Video: New darker Archie TV reboot 'Riverdale' sheds 'gee-wilikers' roots
America’s favourite guileless redhead has parachuted into 2017, and his vibe has darkened accordingly.
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A mother forcing pills on the girl on the next door. A respectable local businessman with ties to organized crime. A sexpot school teacher carrying on an affair with one of her underage students. Yes, it’s just another day in Riverdale, the Anytown, U.S.A., that has been the home of Archie and the gang since they first popped up in comic books nearly 80 years ago.
For people who tend to think of Archie’s problems as more of the I-spilled-a-milkshake-on-my-sweater-vest-right-before-the-big-date variety, Riverdale, the dark and sexy new CW teen drama set in and around such harrowing locales as Pop’s Chocklit Shoppe, will be as surprising as a bolt of lightning from the technicolour-blue cover of a Double Digest. The redhead with freckles has grown abs and angst, and his prospective dates and frolicking pals are now embroiled in a murder mystery where just about everybody is a suspect — surely it is only a matter of time before his junky old jalopy is destroyed in a towering fireball.
The show is the most mainstream iteration of a decade-long attempt to modernize Archie that has seen the quintessential teenager gradually shed his gee-wilikers roots and step saucer-eyed into a new century. Some of this has been in the vein of unofficial remix, most notably Ed Brubaker’s brilliant deconstruction Criminal: The Last of The Innocent, which turned Archie-inspired characters into pulpy, brooding, neo-noir figures, racked with regret and sinister urges. But plenty of it has appeared in Archie Comics themselves, new management having shaken off the idealistic malaise the kept the comic chugging for more than half a century. Archie has gotten married in alternate timelines, and then travelled between them. He’s fought off zombies, and the Predator. More down to earth, he met the first gay person in Riverdale — then died saving him from an assassination attempt — has dealt with the ennui of adulthood, and his best pal, Jughead, recently came out as one of the first asexuals openly depicted in mainstream pop culture.
If the obvious motive here is profit — you can only make so much money off things people fondly remember from childhood — the tactics of bringing Archie up to date suggest some interesting things about what we’ll buy these days. As with a lot of his candy-coloured comics brethren, it’s not just a makeover that Archie has needed, but a wholesale change of milieu: a simple and idyllic world — here right and wrong are as simple as who is swinging the fist, in the case of superheroes, or where problems are no more complex than picking which of the utterly perfect partners you’ll settle on, for Archie — simply isn’t going to fill Pop’s Chocklit Shoppe anymore.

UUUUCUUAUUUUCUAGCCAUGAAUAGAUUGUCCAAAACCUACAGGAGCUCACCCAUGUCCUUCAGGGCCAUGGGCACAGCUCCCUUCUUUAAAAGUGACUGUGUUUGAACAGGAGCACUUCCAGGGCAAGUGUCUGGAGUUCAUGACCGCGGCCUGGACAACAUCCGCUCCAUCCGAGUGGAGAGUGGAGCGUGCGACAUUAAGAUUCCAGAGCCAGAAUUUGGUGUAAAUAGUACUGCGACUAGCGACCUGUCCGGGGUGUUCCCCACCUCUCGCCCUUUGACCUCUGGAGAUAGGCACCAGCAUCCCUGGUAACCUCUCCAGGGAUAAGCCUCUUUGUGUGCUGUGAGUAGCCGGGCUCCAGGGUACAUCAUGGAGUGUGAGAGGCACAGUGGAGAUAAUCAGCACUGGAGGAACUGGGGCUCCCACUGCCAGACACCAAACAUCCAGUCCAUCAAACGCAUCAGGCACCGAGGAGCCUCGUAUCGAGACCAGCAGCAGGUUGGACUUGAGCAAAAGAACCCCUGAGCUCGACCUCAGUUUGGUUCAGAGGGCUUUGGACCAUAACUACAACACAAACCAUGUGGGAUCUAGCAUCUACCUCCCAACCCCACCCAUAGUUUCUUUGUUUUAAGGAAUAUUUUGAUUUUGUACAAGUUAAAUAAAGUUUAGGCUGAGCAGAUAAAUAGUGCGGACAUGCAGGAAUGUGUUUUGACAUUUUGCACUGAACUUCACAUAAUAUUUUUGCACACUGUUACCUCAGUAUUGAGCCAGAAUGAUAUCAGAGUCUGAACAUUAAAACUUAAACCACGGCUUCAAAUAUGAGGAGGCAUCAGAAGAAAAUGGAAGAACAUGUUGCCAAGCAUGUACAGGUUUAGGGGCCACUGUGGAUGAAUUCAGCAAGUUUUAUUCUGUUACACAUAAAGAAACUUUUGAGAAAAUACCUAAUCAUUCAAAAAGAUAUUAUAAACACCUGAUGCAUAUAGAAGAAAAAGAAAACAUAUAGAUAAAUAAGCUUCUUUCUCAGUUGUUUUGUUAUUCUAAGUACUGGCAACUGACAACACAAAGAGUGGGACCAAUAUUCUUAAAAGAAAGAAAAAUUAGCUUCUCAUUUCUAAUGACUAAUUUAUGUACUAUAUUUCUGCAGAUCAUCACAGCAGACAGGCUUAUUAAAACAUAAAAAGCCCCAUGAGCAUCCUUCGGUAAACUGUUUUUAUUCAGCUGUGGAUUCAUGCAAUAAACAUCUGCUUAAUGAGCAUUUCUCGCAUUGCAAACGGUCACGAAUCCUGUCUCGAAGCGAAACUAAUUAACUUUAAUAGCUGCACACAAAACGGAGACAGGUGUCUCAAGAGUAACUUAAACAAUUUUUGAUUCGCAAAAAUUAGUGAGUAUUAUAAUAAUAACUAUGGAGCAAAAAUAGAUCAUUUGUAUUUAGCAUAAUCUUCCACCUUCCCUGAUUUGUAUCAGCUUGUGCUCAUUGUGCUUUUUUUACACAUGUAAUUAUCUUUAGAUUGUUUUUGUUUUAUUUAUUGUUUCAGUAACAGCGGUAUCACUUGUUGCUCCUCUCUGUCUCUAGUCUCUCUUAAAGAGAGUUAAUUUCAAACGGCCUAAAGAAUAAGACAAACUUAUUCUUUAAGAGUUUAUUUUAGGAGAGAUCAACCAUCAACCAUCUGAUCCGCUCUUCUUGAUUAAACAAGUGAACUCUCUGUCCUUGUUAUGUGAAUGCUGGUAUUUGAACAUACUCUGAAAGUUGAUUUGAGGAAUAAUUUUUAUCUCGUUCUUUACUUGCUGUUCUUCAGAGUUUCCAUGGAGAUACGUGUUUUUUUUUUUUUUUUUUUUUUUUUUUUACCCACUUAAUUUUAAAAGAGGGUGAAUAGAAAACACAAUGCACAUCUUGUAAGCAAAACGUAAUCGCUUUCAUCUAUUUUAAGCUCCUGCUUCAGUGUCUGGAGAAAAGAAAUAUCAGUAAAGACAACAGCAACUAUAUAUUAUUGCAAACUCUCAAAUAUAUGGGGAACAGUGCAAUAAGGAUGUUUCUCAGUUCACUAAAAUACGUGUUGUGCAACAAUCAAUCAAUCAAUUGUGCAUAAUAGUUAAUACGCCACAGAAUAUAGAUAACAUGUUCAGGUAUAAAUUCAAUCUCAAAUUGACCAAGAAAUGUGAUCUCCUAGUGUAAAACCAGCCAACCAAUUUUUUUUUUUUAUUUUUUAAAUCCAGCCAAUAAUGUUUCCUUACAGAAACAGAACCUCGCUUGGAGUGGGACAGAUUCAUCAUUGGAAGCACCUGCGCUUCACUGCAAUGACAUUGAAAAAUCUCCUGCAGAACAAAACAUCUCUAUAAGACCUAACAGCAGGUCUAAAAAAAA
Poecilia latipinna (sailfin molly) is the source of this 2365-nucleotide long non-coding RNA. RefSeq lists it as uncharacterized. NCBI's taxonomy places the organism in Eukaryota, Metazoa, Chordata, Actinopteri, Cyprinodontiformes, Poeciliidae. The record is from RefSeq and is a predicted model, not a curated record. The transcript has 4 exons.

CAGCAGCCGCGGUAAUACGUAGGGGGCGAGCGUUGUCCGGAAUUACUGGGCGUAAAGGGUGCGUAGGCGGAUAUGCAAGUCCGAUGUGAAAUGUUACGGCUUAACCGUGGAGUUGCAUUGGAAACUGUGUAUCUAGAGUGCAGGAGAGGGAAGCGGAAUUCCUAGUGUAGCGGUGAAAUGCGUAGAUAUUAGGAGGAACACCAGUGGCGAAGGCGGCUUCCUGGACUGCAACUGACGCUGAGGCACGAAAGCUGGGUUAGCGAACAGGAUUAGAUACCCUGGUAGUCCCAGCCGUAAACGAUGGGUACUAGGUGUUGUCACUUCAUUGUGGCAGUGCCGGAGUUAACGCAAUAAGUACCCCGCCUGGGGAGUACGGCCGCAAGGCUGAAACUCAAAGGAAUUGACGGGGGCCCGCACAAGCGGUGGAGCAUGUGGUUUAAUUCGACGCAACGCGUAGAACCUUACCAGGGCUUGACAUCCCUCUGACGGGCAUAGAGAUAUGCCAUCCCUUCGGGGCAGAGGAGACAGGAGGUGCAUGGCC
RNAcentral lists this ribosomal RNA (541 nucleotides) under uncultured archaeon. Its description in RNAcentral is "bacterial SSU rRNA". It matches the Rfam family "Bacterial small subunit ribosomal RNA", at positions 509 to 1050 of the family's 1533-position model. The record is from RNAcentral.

It speaks to different urges, at least on the mass cultural level. Part of why we reject the old-line Archie is that it’s so nakedly aspirational, a vision of how we might like things to be: no problem that can’t be solved with a few good pals, that sort of thing We have come to know, or like to believe we have, that things were never so simple, that a more complex world has always existed under the bright colours. And these new interpretations are still aspirational — sexy teachers, sexier abs — but now they must sneak under our defences with some commiseration, too, some nod to the fact that we are all a bit scared and confused and maybe ashamed before things basically work out the way we think they’re supposed to.
It’s become such a prevalent trope in our updates of pop culture — the gritty reboot, the darkness on the edge of the technicolor comic panel — that you almost have to wonder if we’re not ready to swing the other way. Certainly enough people in good ol’ Anytown, U.S.A. were sufficiently entranced by the promise of an uncomplicated idyll that they voted to Make America Great Again. Although they tended to be on the old side: it should probably go without saying that Riverdale is being made for a young audience, one that’s in the process of moving from the bleak, unrelenting morass of selfish teenaged anxiety toward the bleak, unrelenting morass of slightly less selfish adult chaos. The thirst for darker stories might not be a cultural shift so much as a generational one: the kids have always thought no one else understood their problems.
In which case, one day, soon enough, they’ll get to look back on the time Archie was screwing his teacher in the wake of one his friends being murdered and marvel at how simple it all seemed back then.